So, Stobart’s is given a 25% shareholding in the airport and it is paid a fee as airport operator; if the airport continues to lose money, Stobart’s start paying their share of the costs from 2026 onwards (according to the report). In the meantime, they’ve been set a few tasks: 

We started to wonder how, on an operational basis, Stobart’s were setting about achieving that eye-watering set of targets. It had to be different from the way they do things at Southend Airport,  because that is 100% under their control. 

So we looked at the (2020) annual report of Stobart Group, of which Stobart Aviation is a wholly-owned subsidiary. There’s no mention of Teesside Airport whatsoever – not in the statement by the CEO, Glyn Jones, nor in the section on joint venture partnerships. Nowhere at all. 

So we wrote to Stobart, and asked how they went about managing the tasks set them in the TVCA business plan. No answer. 

We approached TIAL with the same question. No reply. 

Of course, there’s always the option of making a freedom of information (FOI) request, isn’t there? 

Well actually, no. That option’s been closed off as well, as one of our readers discovered recently when they tried to make just such a request. They were told that TIAL was a private company and not subject to FOI legislation.   

But, hold on! Houchen said the airport was being brought back under public control: “I want every single person as humanly possible to see why taking back control of our airport adds up, and why it is the right and proper thing to do.”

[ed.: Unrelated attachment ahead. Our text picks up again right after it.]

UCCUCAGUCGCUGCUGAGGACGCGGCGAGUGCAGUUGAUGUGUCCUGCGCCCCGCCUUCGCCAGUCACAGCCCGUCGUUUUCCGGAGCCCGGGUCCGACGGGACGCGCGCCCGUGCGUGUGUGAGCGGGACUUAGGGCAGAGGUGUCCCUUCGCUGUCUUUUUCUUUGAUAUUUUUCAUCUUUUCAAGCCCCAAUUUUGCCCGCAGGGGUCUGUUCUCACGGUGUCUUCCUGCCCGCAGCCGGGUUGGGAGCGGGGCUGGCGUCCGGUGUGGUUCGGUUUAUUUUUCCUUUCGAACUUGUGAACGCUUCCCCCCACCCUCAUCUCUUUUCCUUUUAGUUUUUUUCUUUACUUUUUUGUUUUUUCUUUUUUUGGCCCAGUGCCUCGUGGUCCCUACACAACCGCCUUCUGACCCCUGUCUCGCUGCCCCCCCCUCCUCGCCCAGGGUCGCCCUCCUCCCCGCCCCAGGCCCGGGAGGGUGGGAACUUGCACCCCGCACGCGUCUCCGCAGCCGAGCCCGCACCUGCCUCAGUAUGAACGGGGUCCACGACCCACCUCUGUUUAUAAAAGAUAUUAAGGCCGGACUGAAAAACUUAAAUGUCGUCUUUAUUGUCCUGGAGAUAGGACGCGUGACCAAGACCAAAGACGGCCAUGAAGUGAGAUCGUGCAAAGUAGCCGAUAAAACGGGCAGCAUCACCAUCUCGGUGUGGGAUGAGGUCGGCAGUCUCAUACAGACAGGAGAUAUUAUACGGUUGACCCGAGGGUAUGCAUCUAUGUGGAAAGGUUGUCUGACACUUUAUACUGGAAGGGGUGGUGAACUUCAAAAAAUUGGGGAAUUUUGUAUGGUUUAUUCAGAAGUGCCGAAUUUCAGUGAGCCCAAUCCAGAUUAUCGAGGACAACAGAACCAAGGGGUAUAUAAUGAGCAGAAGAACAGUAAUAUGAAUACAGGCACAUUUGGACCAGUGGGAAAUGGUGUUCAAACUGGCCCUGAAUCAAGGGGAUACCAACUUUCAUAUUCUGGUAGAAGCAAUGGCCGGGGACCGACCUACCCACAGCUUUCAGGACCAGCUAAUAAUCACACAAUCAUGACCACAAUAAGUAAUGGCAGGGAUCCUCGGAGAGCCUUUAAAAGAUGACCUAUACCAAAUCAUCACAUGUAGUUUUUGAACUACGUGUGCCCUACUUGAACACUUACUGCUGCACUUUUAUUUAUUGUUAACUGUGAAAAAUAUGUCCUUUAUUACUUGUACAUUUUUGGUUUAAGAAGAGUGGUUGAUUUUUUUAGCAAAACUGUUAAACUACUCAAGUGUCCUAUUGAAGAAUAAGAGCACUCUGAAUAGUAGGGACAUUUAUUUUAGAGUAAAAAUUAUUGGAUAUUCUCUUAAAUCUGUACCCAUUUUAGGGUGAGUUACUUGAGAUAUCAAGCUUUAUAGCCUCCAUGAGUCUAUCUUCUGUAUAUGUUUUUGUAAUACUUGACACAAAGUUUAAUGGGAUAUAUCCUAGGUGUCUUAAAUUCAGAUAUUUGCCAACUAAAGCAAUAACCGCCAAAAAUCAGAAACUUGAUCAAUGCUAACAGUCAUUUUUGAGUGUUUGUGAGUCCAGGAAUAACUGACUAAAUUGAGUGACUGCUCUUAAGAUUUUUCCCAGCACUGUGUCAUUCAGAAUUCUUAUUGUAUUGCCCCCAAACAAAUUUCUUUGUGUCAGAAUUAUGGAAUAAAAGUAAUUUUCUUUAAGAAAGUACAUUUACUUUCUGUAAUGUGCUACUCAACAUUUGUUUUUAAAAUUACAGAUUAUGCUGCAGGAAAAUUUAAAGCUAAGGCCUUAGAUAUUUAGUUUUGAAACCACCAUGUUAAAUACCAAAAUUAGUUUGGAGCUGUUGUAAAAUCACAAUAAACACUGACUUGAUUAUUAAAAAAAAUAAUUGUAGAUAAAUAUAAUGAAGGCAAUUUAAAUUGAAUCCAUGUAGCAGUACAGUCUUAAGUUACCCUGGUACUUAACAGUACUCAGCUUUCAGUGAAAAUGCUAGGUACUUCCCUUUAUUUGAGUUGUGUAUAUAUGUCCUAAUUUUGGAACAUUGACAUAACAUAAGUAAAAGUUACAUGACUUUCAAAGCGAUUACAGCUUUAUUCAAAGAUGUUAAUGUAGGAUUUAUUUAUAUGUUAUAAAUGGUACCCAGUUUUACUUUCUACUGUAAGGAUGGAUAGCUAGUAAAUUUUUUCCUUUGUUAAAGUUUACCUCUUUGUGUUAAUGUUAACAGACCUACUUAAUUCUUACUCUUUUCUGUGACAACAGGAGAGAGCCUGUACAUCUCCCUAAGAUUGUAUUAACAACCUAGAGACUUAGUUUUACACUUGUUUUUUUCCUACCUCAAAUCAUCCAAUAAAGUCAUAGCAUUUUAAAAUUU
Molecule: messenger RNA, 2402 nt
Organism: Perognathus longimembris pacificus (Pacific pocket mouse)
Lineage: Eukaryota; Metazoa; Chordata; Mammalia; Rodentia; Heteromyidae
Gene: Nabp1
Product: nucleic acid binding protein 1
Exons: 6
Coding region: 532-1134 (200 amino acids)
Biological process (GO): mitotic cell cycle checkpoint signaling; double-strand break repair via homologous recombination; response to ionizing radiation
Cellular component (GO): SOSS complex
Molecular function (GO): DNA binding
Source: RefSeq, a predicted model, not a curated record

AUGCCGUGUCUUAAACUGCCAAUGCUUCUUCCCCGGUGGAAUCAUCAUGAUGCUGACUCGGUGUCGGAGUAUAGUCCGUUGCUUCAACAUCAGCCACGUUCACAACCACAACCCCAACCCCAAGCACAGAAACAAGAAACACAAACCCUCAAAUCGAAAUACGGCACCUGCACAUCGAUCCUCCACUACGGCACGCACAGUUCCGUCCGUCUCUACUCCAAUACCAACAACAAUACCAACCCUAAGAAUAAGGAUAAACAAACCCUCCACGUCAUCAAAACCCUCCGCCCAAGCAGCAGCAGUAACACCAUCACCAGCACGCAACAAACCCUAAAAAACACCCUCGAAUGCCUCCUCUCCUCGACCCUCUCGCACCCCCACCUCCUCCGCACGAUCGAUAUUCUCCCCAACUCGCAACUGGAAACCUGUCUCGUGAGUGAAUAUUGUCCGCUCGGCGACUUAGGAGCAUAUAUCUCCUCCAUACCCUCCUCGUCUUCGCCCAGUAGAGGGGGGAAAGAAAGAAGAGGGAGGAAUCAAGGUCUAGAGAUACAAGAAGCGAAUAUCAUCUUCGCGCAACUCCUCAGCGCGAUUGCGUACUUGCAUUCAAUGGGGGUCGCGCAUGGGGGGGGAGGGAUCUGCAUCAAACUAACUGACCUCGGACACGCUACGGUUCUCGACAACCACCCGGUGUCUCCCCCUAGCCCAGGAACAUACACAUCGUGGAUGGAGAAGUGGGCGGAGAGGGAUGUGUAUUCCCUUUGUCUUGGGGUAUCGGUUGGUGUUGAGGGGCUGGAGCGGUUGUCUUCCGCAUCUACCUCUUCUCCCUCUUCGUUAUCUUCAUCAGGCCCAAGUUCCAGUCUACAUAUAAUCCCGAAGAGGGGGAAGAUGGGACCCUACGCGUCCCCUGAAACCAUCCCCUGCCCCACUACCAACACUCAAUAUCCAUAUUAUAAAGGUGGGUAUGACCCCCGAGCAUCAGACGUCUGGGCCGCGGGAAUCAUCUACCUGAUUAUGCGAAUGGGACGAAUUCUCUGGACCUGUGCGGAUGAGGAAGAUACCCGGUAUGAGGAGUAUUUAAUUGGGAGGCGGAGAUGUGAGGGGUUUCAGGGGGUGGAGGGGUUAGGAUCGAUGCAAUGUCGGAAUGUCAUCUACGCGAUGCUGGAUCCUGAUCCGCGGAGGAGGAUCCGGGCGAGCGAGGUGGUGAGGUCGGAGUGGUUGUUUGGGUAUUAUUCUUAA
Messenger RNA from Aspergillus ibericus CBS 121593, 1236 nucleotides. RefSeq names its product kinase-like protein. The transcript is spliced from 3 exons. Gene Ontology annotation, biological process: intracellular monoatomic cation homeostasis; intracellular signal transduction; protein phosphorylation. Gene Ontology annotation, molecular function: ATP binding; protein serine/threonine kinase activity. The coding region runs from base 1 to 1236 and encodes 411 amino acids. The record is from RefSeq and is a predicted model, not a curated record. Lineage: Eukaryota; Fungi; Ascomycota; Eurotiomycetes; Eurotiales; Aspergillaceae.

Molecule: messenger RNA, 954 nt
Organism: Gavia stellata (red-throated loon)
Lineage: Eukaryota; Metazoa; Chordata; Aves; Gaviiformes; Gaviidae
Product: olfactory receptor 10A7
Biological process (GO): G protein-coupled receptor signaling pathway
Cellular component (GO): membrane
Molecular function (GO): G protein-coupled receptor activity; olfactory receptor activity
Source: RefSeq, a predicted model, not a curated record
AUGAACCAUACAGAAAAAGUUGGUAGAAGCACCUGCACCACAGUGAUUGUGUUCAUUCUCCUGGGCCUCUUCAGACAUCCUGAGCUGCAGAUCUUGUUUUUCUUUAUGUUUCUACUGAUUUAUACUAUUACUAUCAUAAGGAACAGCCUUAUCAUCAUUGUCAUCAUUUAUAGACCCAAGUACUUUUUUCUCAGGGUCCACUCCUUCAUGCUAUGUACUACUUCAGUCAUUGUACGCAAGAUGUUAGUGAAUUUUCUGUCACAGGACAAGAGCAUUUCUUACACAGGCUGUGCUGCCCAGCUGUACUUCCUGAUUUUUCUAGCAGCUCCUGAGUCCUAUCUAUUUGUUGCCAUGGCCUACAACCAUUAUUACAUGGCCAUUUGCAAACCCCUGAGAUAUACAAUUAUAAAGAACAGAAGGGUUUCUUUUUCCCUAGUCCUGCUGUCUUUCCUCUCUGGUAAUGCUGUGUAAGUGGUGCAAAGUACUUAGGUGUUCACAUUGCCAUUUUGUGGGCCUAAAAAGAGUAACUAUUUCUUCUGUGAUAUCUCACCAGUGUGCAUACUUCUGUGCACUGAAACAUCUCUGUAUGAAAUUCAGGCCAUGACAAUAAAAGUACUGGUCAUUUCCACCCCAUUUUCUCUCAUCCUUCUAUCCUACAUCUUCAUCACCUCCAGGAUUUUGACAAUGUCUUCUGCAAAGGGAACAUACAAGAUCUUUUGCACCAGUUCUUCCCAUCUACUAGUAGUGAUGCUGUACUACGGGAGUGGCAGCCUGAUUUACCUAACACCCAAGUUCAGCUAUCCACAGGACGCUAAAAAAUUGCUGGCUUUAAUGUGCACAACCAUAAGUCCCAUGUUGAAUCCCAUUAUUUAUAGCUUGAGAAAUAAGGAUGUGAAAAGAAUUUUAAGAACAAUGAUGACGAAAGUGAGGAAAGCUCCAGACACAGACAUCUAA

If you can’t ask questions, you’re not in control. And the Information Commissioner’s Office confirms that we really don’t have control.  A publicly owned company, it says, is subject to FOI legislation only if it is 100% in public ownership. Teesside Airport is 75% in public ownership, so by having Stobart’s as a joint venture partner rather than a contractor, public scrutiny of the operation is eliminated. 


So what does the public get for its money from Stobart’s? We don’t know. What we do know is that the airport management team has been ‘bulked up’ in recent months with the appointment of a ‘head of airport development’ which leaves us wondering, “isn’t that what Stobart’s is supposed to do?”  

Then the airport advertised for a managing director: “The director is expected to help the airport secure new airline partners and grow the airport’s revenue under the rescue plan.” (6) Isn’t that what Stobart’s is supposed to do? 

All of Houchen’s rhetoric about Stobart’s experience and relationships with airlines starts to look fairly shallow. Cardiff does without them. Teesside Airport is hiring people who appear to be doing what Stobart should be doing. Stobart won’t divulge what it actually does. 

Judging by its repeated citing of Cardiff Airport, Houchen’s PR team seems to have had a hand in writing the TVCA business plan. The joint venture partnership with Stobart’s unequivocally provides only one thing, and it’s neither experience nor business contacts, it’s secrecy.